Jack: Yes. Look, at the end of the day, once again, it's striking a balance on I still do try to be an 18 year old sometimes, you know, try to try to not not have look back in 10 years, time ago. All I wish I did more of these. I wish I went clubbing more, for example, or I wish I took that opportunity, but I just never did. So it makes me once again try to find a balance. Yeah. Look, look. To grow up very quickly. That was very important. You know, I never did. I think I left 18 years old to be sitting. Just even having a meeting for a business conversation is what a lot of kids do until they're 26, 27, finish university, you know, sit on seven eight a day. So it's just to grow up very quickly. You have to learn a lot of the things that older people would expect you to know. But then again, they kind of treat with a level way. You all 35 or 40 years old, but you still actually 18. So you've got to. Yeah, you've got to adapt and you've got to change. You got to make sure that you were prepared for that. But that's something you just do over time. And in terms of trying to manage everything, it's just once again having good time management and just figuring out, well, being an 18 year old, is great but I am still 18. I'm not 35, I'm not 40. Even though I might think like one, even I might act like one. So I just try to once again have the balance.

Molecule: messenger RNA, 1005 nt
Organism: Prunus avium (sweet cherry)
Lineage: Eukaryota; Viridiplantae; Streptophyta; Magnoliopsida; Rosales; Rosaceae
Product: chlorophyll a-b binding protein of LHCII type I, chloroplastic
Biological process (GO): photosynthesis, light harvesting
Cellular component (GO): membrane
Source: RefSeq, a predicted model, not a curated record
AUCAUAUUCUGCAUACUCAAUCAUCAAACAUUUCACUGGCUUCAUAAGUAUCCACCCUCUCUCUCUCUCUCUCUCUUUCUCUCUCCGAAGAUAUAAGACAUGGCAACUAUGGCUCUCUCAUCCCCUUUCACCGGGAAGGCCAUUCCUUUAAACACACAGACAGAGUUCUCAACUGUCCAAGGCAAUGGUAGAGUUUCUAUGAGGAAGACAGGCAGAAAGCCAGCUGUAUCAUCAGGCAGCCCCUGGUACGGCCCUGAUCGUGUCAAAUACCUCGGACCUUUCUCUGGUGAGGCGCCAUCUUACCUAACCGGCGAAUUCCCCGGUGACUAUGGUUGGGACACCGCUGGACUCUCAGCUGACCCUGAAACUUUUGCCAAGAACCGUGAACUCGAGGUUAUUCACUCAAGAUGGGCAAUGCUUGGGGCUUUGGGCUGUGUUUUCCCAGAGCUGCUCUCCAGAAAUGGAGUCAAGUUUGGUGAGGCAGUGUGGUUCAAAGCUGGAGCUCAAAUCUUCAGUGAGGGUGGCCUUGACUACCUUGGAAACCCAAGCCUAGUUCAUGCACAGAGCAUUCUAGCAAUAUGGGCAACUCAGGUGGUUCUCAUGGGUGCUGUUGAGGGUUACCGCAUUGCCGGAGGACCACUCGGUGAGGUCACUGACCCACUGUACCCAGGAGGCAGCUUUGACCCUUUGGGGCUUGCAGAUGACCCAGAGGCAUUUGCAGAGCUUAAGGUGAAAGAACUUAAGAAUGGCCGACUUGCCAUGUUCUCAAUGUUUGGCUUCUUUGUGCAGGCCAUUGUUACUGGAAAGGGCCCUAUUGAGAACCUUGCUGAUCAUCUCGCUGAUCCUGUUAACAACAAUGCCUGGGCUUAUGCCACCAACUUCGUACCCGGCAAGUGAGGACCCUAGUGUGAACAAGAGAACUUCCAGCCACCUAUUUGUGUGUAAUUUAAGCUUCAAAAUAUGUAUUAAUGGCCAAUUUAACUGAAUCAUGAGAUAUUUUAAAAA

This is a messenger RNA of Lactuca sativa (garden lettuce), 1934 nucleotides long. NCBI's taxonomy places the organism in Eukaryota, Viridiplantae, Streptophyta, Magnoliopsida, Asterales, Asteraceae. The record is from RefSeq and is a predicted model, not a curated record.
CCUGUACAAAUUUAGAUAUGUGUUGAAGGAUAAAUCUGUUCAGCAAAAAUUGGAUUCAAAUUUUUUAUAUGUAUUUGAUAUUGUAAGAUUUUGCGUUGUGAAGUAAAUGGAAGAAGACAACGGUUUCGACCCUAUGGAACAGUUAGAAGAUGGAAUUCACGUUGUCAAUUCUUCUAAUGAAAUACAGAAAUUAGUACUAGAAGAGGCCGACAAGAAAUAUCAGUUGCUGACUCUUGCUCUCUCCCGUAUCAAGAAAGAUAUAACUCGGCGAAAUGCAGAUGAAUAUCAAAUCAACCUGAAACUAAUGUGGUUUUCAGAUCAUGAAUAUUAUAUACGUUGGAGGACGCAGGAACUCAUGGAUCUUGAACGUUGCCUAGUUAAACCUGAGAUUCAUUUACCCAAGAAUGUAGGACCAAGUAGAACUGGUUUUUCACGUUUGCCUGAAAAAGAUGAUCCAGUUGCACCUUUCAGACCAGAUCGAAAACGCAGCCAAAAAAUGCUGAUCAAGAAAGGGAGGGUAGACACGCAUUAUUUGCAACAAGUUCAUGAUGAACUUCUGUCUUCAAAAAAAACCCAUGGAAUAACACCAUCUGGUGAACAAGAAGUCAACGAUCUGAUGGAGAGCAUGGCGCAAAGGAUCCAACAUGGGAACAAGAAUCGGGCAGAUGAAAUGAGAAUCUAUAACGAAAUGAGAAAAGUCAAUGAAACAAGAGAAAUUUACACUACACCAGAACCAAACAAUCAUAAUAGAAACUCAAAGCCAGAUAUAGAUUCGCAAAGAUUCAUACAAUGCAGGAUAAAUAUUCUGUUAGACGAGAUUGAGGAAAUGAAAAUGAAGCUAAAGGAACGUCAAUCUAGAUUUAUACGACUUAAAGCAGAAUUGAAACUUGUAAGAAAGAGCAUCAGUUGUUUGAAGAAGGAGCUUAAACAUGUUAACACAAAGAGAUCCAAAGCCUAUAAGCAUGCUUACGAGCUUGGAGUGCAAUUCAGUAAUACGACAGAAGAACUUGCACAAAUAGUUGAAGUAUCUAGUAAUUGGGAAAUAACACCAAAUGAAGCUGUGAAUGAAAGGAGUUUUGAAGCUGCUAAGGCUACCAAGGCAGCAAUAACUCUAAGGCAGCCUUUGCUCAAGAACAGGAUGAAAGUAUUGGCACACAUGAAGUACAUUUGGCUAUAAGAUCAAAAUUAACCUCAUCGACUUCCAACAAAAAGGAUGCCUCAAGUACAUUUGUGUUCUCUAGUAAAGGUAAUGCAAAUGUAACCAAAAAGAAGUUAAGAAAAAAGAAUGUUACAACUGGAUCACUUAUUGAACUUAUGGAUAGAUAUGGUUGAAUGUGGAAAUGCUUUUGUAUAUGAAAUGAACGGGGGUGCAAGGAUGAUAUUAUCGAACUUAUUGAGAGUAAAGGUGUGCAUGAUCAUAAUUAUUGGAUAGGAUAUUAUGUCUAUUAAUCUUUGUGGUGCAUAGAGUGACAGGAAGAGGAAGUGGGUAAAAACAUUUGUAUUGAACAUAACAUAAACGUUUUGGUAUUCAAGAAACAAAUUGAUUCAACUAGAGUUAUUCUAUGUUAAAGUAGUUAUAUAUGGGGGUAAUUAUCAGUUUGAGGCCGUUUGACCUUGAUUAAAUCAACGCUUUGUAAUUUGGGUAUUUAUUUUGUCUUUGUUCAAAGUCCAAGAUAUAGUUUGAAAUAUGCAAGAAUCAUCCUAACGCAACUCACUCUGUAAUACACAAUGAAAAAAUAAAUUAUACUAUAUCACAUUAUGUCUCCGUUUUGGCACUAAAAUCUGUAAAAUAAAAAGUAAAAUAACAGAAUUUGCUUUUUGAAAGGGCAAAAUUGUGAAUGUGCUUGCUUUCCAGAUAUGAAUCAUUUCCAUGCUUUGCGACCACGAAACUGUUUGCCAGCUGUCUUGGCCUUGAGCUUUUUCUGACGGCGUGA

Rob: Yeah, I mean, I start a business when I was 22 and had to pretend that I was a little bit older, so I can I can sort of sympathise there to some extent, not quite to the same level, but.
Jack: You try out then for anyone who has done a business, is going to try to business phone calls any time whilst in school. Especially when I was in grade 12. You know, you were doing a business phone call in the library, for example. What I had to spare period, which I was lucky enough to get. I'll be doing business phone calls and you hear the bell ring in the background. He got rolling and some people didn't know you were still in school. Like, obviously, I knew you were 17 or 18. They didn't realise they were having a conversation with you whilst you were at school. No one thinks about it. So that was funnily enough. Then also, two hotels were a big one. Not being able to set up bank accounts, my own name. There's so many different things you would have adjusted when you are starting a business under the age of 18. But once again, it's so it's all the fun of it. And you've just got to learn and adapt and figure out the best way around it.
Rob: Mark Colvin and I think that's an interesting perspective as well, is, as you say, you can't even legally set up a company at age 16. And so how instrumental were your parents in that process, even if they don't understand what it is they're helping you set up?